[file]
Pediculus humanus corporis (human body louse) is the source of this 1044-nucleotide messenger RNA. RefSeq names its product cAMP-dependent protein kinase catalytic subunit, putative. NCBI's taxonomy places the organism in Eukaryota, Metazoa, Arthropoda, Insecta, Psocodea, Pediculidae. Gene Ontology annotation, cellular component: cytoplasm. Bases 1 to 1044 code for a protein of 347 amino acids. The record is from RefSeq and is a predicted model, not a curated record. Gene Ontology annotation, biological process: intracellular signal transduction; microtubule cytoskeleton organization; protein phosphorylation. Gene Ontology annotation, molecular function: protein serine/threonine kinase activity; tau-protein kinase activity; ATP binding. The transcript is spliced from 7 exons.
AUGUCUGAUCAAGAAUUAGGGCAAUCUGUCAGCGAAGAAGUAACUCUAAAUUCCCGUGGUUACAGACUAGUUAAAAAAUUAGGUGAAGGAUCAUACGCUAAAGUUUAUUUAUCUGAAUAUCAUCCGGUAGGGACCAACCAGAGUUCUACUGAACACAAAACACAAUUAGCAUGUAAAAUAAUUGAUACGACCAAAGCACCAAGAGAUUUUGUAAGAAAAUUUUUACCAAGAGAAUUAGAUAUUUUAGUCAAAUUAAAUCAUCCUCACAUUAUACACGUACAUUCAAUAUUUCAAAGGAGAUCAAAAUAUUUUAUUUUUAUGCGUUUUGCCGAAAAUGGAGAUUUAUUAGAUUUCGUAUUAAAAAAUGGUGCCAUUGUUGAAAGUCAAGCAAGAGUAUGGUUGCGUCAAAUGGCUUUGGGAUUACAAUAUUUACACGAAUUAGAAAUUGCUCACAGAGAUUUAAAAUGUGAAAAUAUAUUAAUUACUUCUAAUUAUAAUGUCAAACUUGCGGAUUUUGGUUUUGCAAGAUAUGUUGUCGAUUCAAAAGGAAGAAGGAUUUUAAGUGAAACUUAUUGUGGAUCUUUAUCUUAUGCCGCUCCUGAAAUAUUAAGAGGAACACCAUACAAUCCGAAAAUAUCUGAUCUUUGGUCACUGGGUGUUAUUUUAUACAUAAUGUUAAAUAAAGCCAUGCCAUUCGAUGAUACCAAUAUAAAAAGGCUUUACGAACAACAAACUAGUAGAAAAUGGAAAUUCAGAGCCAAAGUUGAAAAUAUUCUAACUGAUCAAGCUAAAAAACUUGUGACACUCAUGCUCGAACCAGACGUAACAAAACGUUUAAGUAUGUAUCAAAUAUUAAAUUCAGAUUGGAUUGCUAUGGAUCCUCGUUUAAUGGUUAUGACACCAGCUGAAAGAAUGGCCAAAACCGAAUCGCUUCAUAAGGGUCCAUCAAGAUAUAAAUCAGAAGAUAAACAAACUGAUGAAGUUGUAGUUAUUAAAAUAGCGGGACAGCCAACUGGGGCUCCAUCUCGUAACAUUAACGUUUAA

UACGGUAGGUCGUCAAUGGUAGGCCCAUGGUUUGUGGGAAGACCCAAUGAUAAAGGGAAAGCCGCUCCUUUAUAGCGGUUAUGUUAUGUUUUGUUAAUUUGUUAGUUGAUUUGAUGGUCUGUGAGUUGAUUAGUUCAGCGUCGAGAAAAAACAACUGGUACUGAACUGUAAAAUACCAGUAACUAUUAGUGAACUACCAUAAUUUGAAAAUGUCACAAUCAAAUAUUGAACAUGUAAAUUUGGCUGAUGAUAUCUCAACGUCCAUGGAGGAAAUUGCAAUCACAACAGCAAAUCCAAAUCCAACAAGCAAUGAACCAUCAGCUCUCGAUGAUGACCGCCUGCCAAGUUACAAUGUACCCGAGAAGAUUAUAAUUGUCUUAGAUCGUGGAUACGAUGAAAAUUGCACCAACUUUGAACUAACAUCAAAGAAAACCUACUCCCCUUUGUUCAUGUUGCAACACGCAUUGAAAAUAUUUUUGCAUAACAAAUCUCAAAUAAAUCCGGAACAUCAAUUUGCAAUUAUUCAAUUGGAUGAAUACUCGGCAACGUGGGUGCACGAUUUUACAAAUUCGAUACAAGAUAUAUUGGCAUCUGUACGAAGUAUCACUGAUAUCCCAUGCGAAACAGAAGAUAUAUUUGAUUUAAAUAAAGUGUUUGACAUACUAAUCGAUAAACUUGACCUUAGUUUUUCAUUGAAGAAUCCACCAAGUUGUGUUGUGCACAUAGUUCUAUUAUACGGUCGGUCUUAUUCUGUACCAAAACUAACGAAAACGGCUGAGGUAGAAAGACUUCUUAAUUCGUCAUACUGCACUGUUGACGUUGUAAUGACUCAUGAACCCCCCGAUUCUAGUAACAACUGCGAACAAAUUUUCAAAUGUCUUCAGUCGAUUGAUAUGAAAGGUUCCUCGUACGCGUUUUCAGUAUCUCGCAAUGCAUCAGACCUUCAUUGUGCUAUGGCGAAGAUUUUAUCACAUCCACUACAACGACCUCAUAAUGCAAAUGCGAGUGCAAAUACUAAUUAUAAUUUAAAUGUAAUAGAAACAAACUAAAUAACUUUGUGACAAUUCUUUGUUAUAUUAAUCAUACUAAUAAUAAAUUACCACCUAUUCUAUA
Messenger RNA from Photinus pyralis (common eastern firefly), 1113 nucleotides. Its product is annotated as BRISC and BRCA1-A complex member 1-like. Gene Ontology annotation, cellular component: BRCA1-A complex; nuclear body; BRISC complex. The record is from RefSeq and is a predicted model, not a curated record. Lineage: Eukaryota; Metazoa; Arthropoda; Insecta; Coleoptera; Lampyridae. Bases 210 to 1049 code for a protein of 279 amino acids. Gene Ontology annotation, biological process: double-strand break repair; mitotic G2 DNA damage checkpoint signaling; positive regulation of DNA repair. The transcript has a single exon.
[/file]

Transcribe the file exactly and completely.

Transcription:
Pediculus humanus corporis (human body louse) is the source of this 1044-nucleotide messenger RNA. RefSeq names its product cAMP-dependent protein kinase catalytic subunit, putative. NCBI's taxonomy places the organism in Eukaryota, Metazoa, Arthropoda, Insecta, Psocodea, Pediculidae. Gene Ontology annotation, cellular component: cytoplasm. Bases 1 to 1044 code for a protein of 347 amino acids. The record is from RefSeq and is a predicted model, not a curated record. Gene Ontology annotation, biological process: intracellular signal transduction; microtubule cytoskeleton organization; protein phosphorylation. Gene Ontology annotation, molecular function: protein serine/threonine kinase activity; tau-protein kinase activity; ATP binding. The transcript is spliced from 7 exons.
AUGUCUGAUCAAGAAUUAGGGCAAUCUGUCAGCGAAGAAGUAACUCUAAAUUCCCGUGGUUACAGACUAGUUAAAAAAUUAGGUGAAGGAUCAUACGCUAAAGUUUAUUUAUCUGAAUAUCAUCCGGUAGGGACCAACCAGAGUUCUACUGAACACAAAACACAAUUAGCAUGUAAAAUAAUUGAUACGACCAAAGCACCAAGAGAUUUUGUAAGAAAAUUUUUACCAAGAGAAUUAGAUAUUUUAGUCAAAUUAAAUCAUCCUCACAUUAUACACGUACAUUCAAUAUUUCAAAGGAGAUCAAAAUAUUUUAUUUUUAUGCGUUUUGCCGAAAAUGGAGAUUUAUUAGAUUUCGUAUUAAAAAAUGGUGCCAUUGUUGAAAGUCAAGCAAGAGUAUGGUUGCGUCAAAUGGCUUUGGGAUUACAAUAUUUACACGAAUUAGAAAUUGCUCACAGAGAUUUAAAAUGUGAAAAUAUAUUAAUUACUUCUAAUUAUAAUGUCAAACUUGCGGAUUUUGGUUUUGCAAGAUAUGUUGUCGAUUCAAAAGGAAGAAGGAUUUUAAGUGAAACUUAUUGUGGAUCUUUAUCUUAUGCCGCUCCUGAAAUAUUAAGAGGAACACCAUACAAUCCGAAAAUAUCUGAUCUUUGGUCACUGGGUGUUAUUUUAUACAUAAUGUUAAAUAAAGCCAUGCCAUUCGAUGAUACCAAUAUAAAAAGGCUUUACGAACAACAAACUAGUAGAAAAUGGAAAUUCAGAGCCAAAGUUGAAAAUAUUCUAACUGAUCAAGCUAAAAAACUUGUGACACUCAUGCUCGAACCAGACGUAACAAAACGUUUAAGUAUGUAUCAAAUAUUAAAUUCAGAUUGGAUUGCUAUGGAUCCUCGUUUAAUGGUUAUGACACCAGCUGAAAGAAUGGCCAAAACCGAAUCGCUUCAUAAGGGUCCAUCAAGAUAUAAAUCAGAAGAUAAACAAACUGAUGAAGUUGUAGUUAUUAAAAUAGCGGGACAGCCAACUGGGGCUCCAUCUCGUAACAUUAACGUUUAA

UACGGUAGGUCGUCAAUGGUAGGCCCAUGGUUUGUGGGAAGACCCAAUGAUAAAGGGAAAGCCGCUCCUUUAUAGCGGUUAUGUUAUGUUUUGUUAAUUUGUUAGUUGAUUUGAUGGUCUGUGAGUUGAUUAGUUCAGCGUCGAGAAAAAACAACUGGUACUGAACUGUAAAAUACCAGUAACUAUUAGUGAACUACCAUAAUUUGAAAAUGUCACAAUCAAAUAUUGAACAUGUAAAUUUGGCUGAUGAUAUCUCAACGUCCAUGGAGGAAAUUGCAAUCACAACAGCAAAUCCAAAUCCAACAAGCAAUGAACCAUCAGCUCUCGAUGAUGACCGCCUGCCAAGUUACAAUGUACCCGAGAAGAUUAUAAUUGUCUUAGAUCGUGGAUACGAUGAAAAUUGCACCAACUUUGAACUAACAUCAAAGAAAACCUACUCCCCUUUGUUCAUGUUGCAACACGCAUUGAAAAUAUUUUUGCAUAACAAAUCUCAAAUAAAUCCGGAACAUCAAUUUGCAAUUAUUCAAUUGGAUGAAUACUCGGCAACGUGGGUGCACGAUUUUACAAAUUCGAUACAAGAUAUAUUGGCAUCUGUACGAAGUAUCACUGAUAUCCCAUGCGAAACAGAAGAUAUAUUUGAUUUAAAUAAAGUGUUUGACAUACUAAUCGAUAAACUUGACCUUAGUUUUUCAUUGAAGAAUCCACCAAGUUGUGUUGUGCACAUAGUUCUAUUAUACGGUCGGUCUUAUUCUGUACCAAAACUAACGAAAACGGCUGAGGUAGAAAGACUUCUUAAUUCGUCAUACUGCACUGUUGACGUUGUAAUGACUCAUGAACCCCCCGAUUCUAGUAACAACUGCGAACAAAUUUUCAAAUGUCUUCAGUCGAUUGAUAUGAAAGGUUCCUCGUACGCGUUUUCAGUAUCUCGCAAUGCAUCAGACCUUCAUUGUGCUAUGGCGAAGAUUUUAUCACAUCCACUACAACGACCUCAUAAUGCAAAUGCGAGUGCAAAUACUAAUUAUAAUUUAAAUGUAAUAGAAACAAACUAAAUAACUUUGUGACAAUUCUUUGUUAUAUUAAUCAUACUAAUAAUAAAUUACCACCUAUUCUAUA
Messenger RNA from Photinus pyralis (common eastern firefly), 1113 nucleotides. Its product is annotated as BRISC and BRCA1-A complex member 1-like. Gene Ontology annotation, cellular component: BRCA1-A complex; nuclear body; BRISC complex. The record is from RefSeq and is a predicted model, not a curated record. Lineage: Eukaryota; Metazoa; Arthropoda; Insecta; Coleoptera; Lampyridae. Bases 210 to 1049 code for a protein of 279 amino acids. Gene Ontology annotation, biological process: double-strand break repair; mitotic G2 DNA damage checkpoint signaling; positive regulation of DNA repair. The transcript has a single exon.